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Doctors Are Warning Of A Potential Connection Between Vaping And Coronavirus Complications05:05
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Some physicians are speculating that vaping could make some young people more susceptible to the worst complications. (Jim Mone/AP)
Some physicians are speculating that vaping could make some young people more susceptible to the worst complications. (Jim Mone/AP)

The Centers for Disease Prevention and Control says up to 21% of patients hospitalized in the United States from COVID-19 are between the ages of 20 and 44. About 3% are under 20.

Some doctors are speculating vaping is making teens and young adults in the U.S. more susceptible to more serious complications from COVID-19. The National Institute on Drug Abuse blog has added vapers to its list of groups who could be the hardest hit.

In 2019, concerns about vaping were sparked by an outbreak of acute lung injury cases, says Dr. Humberto Choi, a pulmonologist at the Cleveland Clinic. Thousands of people were hospitalized for shortness of breath and coughing, but in many severe cases, people needed life support and some died.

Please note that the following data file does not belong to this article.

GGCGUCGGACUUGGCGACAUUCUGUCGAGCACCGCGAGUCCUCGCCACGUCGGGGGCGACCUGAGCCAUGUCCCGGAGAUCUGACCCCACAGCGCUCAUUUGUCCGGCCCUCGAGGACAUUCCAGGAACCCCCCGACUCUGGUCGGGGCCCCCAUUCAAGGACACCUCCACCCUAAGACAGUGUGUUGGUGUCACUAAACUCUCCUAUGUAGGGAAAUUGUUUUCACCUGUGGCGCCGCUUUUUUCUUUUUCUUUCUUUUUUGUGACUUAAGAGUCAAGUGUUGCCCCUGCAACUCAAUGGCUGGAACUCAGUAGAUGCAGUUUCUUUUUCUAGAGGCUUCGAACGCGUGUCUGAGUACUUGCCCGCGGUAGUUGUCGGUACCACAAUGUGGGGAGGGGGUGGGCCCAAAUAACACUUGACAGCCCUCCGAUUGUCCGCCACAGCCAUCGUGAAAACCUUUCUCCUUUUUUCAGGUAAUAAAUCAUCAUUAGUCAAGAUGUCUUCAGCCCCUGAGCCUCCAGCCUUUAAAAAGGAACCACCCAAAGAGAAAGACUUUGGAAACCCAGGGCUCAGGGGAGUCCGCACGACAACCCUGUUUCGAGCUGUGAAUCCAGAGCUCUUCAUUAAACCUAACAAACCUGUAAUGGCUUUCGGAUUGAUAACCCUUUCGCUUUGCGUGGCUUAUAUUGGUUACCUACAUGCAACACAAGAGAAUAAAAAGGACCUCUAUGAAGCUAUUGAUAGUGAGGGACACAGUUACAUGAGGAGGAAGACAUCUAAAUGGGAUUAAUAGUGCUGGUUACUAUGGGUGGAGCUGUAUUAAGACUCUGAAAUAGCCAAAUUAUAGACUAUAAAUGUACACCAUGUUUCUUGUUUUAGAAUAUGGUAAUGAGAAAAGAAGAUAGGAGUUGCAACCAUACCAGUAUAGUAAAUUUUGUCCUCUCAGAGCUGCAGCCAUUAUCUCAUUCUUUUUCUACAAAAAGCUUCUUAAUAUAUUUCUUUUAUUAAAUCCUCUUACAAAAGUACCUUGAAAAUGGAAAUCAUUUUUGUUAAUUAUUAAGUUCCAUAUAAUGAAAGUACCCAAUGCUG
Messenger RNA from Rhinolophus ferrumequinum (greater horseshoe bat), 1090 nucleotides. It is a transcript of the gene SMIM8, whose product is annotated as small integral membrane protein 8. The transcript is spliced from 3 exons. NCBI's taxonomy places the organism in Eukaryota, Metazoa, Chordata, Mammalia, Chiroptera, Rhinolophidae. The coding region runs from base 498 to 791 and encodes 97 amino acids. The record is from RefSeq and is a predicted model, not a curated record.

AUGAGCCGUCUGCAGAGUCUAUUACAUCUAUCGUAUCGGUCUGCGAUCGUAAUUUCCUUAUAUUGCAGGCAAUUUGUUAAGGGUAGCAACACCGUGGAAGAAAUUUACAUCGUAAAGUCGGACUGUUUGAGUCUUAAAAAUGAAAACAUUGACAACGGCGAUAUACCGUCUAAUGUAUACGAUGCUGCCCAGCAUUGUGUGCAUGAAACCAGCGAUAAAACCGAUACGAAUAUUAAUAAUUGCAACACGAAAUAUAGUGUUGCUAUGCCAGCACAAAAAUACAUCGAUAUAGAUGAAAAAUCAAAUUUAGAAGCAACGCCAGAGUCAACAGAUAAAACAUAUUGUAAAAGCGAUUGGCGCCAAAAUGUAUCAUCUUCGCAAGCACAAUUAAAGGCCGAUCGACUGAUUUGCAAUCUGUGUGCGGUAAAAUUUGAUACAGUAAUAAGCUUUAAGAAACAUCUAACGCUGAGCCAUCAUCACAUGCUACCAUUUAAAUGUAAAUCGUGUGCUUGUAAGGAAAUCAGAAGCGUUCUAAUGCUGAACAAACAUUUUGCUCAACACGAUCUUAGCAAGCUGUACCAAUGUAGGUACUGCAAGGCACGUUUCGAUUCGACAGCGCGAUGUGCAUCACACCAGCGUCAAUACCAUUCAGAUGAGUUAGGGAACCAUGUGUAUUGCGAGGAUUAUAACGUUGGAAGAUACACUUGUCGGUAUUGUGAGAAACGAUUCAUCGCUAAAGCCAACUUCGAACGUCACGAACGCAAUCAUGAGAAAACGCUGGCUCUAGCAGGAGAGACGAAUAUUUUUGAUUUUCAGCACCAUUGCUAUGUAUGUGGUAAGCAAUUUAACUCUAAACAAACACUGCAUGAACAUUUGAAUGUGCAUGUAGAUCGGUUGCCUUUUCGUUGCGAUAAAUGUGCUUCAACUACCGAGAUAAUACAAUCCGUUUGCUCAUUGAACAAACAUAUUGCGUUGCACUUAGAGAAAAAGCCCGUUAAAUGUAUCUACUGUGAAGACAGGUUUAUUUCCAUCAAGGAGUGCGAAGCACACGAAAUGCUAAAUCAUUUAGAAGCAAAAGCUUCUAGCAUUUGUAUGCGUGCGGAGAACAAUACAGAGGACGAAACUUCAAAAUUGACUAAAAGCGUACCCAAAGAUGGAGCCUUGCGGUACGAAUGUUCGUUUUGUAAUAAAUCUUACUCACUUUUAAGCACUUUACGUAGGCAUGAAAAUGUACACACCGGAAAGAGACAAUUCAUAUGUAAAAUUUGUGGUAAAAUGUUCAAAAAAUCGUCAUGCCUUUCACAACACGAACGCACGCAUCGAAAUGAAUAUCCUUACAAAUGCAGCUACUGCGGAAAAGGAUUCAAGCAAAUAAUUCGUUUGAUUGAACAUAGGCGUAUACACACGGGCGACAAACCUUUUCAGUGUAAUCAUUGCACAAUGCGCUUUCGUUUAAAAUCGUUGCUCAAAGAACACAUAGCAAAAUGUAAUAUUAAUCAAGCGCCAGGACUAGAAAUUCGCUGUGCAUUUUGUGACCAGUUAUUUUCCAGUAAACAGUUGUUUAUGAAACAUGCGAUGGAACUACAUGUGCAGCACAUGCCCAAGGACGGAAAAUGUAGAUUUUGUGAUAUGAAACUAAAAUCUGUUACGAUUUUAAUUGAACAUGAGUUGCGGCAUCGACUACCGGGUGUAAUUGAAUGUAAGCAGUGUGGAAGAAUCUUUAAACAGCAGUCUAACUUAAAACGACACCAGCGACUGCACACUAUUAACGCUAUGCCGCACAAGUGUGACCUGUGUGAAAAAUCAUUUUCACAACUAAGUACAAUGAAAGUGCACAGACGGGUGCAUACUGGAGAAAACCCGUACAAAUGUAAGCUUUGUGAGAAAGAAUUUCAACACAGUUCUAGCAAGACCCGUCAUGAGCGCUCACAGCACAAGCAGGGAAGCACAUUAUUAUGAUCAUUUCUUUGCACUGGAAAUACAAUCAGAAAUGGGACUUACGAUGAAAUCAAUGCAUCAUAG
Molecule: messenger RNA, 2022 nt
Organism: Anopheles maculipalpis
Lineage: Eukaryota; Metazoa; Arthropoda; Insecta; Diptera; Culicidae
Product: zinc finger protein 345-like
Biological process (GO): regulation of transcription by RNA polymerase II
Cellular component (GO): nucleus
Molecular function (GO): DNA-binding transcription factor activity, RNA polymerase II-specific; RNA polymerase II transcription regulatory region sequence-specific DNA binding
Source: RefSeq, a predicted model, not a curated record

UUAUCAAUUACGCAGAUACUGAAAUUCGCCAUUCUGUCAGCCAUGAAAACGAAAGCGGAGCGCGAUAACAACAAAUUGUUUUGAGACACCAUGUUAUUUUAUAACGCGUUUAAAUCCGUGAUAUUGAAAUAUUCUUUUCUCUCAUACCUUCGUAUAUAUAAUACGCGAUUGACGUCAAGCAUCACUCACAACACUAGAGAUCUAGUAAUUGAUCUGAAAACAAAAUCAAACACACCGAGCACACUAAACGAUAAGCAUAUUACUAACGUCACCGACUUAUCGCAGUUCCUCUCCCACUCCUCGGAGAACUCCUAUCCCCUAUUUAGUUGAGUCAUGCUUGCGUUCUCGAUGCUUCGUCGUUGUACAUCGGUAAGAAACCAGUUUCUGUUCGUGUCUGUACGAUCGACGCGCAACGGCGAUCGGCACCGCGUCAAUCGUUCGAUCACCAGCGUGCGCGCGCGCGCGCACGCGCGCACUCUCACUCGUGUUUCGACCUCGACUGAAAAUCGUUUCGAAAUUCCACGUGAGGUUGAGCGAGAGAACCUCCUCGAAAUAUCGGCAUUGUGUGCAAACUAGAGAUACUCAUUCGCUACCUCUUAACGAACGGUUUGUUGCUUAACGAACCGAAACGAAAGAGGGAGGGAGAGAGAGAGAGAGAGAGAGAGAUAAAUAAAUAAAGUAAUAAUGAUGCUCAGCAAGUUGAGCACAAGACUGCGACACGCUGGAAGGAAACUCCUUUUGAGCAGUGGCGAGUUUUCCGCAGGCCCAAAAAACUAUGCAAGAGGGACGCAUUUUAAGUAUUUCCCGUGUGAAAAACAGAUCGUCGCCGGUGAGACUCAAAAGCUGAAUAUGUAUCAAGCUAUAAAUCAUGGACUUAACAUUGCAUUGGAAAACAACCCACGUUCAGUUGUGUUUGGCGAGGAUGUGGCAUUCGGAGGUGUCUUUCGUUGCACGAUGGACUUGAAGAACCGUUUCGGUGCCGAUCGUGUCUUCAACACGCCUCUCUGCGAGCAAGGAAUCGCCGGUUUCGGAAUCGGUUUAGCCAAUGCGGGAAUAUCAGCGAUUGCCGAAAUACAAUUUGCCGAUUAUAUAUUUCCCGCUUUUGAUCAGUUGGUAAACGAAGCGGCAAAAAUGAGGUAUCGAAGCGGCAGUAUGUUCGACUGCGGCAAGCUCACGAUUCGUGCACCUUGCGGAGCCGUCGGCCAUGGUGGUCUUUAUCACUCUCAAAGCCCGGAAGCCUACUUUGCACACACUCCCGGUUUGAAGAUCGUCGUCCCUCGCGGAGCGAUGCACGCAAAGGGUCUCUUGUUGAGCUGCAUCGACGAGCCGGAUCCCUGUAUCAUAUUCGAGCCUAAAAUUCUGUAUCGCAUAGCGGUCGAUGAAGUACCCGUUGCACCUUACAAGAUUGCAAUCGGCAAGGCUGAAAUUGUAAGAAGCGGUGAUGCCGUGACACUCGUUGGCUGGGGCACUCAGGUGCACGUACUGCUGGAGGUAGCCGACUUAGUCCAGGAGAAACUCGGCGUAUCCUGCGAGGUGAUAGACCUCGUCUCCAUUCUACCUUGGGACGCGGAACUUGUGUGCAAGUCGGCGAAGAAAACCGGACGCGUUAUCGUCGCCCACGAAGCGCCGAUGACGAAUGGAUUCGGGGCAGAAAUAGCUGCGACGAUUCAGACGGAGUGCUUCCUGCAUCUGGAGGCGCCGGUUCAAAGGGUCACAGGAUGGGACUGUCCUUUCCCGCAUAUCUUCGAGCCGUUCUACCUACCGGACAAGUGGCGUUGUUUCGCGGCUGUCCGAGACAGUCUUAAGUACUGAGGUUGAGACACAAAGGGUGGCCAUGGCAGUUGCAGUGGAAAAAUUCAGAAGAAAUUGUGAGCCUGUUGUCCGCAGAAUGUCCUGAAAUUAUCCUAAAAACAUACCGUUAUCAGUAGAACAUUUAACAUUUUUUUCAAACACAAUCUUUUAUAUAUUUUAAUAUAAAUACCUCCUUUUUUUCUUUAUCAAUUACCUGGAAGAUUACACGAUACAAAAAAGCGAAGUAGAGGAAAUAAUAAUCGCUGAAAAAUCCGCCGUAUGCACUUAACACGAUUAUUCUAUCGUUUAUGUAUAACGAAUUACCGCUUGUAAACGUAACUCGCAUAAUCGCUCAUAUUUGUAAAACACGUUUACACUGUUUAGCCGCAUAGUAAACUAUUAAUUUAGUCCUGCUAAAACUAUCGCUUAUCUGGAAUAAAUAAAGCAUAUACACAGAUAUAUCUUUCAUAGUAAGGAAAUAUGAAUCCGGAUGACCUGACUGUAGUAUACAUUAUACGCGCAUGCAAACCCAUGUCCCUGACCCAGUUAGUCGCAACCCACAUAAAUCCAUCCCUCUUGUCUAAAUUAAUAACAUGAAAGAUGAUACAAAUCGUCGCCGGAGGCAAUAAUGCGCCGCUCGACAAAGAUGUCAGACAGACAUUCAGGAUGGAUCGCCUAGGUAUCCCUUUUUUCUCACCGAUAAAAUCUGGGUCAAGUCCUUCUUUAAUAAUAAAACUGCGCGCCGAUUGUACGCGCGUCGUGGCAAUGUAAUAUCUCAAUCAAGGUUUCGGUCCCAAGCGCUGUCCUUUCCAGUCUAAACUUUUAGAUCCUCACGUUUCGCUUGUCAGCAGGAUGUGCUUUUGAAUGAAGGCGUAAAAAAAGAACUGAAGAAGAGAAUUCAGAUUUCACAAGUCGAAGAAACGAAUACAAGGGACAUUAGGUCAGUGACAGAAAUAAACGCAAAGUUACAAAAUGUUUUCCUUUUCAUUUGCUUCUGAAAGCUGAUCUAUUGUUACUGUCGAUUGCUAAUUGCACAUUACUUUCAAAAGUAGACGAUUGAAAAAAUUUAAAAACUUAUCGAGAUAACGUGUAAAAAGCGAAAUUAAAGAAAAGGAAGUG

Some studies concluded vaping damages the cilia system — tiny hairs that protect the lungs from infections.

“The lungs are totally exposed to the environment,” he says. “The lungs and the airways have ways to defend themselves against anything that can cause injury, especially infections, and this cilia system is a big part of that.”

People who smoke cigarettes have impaired cilia systems and are at higher risk of infections like pneumonia, he says.

Doctors are now speculating this could also happen with vaping, he says, though there isn’t a lot of research yet. Some lab research shows the function of cilia cells is impaired when they’re exposed to chemicals in vaping liquid, he says.

“It's definitely possible that people who were vaping could be at higher risk of having infections, just like the COVID-19,” he says.

Choi says it's no coincidence that the rate of hospitalizations for COVID-19 is high in the U.S., where vaping is prevalent.

The American Lung Association estimates the number of teens in the U.S. who vape jumped up 80% from 2018 to 2019. Choi says he’s seen rates of 30% to 50% at some schools he’s visited.

And the added risk is not limited to nicotine vapers — more than 80% of people hospitalized in 2019 for vaping were using marijuana products, according to the CDC.

Choi says there’s a dangerous misconception that “only a grandma will get sick” from COVID-19, but that’s not the case.

“This is a wrong concept. Young people can get sick from this, too,” he says. “And it's very possible that vaping can make our youth more susceptible to that as well."


Karyn Miller-Medzon produced and edited this interview for broadcast with Tinku RayAllison Hagan adapted it for the web.

This segment aired on March 26, 2020.

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